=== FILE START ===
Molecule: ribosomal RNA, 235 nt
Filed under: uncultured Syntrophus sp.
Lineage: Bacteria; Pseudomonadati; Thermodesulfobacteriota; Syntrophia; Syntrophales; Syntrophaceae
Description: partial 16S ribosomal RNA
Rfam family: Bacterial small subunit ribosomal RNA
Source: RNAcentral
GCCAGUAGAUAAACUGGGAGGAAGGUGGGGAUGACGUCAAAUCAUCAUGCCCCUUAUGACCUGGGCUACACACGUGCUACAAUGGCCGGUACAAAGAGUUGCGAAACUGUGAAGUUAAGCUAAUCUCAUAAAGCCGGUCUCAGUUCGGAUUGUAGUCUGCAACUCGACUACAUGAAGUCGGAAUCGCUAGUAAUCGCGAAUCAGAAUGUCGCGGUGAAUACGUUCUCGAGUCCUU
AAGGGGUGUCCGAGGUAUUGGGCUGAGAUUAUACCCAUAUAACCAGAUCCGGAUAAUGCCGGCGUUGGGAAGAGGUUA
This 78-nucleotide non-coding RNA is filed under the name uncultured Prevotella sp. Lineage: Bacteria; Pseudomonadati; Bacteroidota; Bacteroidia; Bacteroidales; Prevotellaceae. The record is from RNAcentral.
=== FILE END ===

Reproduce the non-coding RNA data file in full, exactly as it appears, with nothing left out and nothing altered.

Molecule: ribosomal RNA, 235 nt
Filed under: uncultured Syntrophus sp.
Lineage: Bacteria; Pseudomonadati; Thermodesulfobacteriota; Syntrophia; Syntrophales; Syntrophaceae
Description: partial 16S ribosomal RNA
Rfam family: Bacterial small subunit ribosomal RNA
Source: RNAcentral
GCCAGUAGAUAAACUGGGAGGAAGGUGGGGAUGACGUCAAAUCAUCAUGCCCCUUAUGACCUGGGCUACACACGUGCUACAAUGGCCGGUACAAAGAGUUGCGAAACUGUGAAGUUAAGCUAAUCUCAUAAAGCCGGUCUCAGUUCGGAUUGUAGUCUGCAACUCGACUACAUGAAGUCGGAAUCGCUAGUAAUCGCGAAUCAGAAUGUCGCGGUGAAUACGUUCUCGAGUCCUU
AAGGGGUGUCCGAGGUAUUGGGCUGAGAUUAUACCCAUAUAACCAGAUCCGGAUAAUGCCGGCGUUGGGAAGAGGUUA
This 78-nucleotide non-coding RNA is filed under the name uncultured Prevotella sp. Lineage: Bacteria; Pseudomonadati; Bacteroidota; Bacteroidia; Bacteroidales; Prevotellaceae. The record is from RNAcentral.